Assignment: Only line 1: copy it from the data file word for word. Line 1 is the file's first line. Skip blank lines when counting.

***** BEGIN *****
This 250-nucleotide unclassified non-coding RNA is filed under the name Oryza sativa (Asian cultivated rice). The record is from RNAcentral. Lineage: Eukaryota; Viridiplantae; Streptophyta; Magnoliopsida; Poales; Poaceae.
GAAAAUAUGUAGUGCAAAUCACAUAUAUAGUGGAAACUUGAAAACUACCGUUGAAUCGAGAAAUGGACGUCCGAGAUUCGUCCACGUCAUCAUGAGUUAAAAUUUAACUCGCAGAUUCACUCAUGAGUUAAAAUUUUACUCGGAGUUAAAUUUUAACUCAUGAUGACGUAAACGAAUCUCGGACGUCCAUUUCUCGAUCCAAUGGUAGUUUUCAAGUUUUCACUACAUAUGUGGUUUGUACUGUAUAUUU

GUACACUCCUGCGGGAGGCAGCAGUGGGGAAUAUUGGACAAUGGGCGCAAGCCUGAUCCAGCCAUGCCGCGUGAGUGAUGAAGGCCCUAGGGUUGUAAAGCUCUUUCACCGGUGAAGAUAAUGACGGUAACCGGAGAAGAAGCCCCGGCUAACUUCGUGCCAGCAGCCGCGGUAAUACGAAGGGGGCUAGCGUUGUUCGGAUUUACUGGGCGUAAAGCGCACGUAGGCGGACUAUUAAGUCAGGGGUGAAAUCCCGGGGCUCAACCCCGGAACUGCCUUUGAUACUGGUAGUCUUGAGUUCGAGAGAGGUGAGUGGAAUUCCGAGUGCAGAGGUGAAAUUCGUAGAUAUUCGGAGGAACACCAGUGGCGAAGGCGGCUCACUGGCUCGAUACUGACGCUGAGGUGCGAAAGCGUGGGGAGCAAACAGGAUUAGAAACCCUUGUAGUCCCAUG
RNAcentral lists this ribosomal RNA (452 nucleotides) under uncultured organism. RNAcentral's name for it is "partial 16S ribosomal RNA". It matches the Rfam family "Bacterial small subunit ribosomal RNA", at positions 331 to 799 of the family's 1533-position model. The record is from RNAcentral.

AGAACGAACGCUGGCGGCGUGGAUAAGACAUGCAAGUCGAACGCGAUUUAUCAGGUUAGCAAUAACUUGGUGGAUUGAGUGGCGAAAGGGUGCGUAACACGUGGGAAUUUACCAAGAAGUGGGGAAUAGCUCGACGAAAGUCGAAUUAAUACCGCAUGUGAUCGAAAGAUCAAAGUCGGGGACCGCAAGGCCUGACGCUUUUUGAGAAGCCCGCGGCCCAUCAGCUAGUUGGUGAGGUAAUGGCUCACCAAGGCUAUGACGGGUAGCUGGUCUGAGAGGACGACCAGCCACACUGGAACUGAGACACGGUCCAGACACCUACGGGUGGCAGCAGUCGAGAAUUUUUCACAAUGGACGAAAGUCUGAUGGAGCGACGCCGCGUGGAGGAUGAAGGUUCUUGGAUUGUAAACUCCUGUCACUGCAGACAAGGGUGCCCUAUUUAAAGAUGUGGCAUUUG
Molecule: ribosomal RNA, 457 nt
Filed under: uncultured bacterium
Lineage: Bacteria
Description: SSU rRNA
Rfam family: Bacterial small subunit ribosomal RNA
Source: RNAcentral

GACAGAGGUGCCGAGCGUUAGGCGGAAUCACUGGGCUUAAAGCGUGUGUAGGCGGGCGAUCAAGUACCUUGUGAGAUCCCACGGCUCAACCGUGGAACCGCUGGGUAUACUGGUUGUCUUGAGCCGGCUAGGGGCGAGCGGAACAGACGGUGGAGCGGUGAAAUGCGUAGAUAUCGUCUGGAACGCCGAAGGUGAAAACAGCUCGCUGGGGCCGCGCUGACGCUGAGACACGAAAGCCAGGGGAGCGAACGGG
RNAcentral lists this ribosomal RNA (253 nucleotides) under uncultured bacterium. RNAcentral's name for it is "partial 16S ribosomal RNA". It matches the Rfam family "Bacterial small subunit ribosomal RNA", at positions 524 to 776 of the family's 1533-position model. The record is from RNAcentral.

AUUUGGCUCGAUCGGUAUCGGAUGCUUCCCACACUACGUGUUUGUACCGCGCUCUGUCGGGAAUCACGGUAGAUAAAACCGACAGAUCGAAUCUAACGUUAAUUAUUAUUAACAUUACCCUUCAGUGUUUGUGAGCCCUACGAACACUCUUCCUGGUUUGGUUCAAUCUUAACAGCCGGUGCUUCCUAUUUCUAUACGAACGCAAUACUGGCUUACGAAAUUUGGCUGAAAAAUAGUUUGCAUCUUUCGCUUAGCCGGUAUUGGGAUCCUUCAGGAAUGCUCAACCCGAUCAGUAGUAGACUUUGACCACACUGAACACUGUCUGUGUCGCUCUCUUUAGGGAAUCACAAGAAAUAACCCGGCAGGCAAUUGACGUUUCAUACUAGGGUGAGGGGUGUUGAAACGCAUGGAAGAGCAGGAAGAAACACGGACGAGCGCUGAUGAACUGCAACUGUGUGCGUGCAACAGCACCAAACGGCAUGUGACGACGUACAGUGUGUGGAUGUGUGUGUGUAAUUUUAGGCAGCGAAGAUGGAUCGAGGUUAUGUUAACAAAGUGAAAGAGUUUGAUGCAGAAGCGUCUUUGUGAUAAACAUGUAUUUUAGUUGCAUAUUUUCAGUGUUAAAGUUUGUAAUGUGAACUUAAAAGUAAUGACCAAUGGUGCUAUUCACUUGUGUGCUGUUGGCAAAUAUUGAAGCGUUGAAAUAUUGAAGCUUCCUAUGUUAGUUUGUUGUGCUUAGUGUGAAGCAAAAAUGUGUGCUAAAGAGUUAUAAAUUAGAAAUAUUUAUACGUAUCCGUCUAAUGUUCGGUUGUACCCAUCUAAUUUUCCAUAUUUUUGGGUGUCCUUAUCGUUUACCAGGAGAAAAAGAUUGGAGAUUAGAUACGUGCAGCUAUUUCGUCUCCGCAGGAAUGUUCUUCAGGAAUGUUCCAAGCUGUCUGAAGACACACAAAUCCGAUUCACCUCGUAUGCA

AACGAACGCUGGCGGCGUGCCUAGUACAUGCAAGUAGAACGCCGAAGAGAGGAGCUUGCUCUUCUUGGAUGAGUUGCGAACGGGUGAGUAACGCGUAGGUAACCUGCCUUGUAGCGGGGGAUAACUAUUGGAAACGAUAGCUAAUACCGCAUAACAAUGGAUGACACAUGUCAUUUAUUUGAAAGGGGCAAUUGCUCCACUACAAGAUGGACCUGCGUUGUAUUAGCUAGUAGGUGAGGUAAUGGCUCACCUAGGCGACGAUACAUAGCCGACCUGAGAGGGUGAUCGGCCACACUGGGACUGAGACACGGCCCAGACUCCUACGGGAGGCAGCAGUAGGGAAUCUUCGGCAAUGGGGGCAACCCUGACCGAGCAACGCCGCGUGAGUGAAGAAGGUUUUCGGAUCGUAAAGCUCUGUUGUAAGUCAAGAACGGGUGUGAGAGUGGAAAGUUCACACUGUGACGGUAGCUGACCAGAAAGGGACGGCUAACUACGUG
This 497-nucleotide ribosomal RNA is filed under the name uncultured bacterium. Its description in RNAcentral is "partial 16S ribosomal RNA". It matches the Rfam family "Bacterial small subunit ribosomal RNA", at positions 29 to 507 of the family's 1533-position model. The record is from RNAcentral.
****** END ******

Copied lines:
This 250-nucleotide unclassified non-coding RNA is filed under the name Oryza sativa (Asian cultivated rice). The record is from RNAcentral. Lineage: Eukaryota; Viridiplantae; Streptophyta; Magnoliopsida; Poales; Poaceae.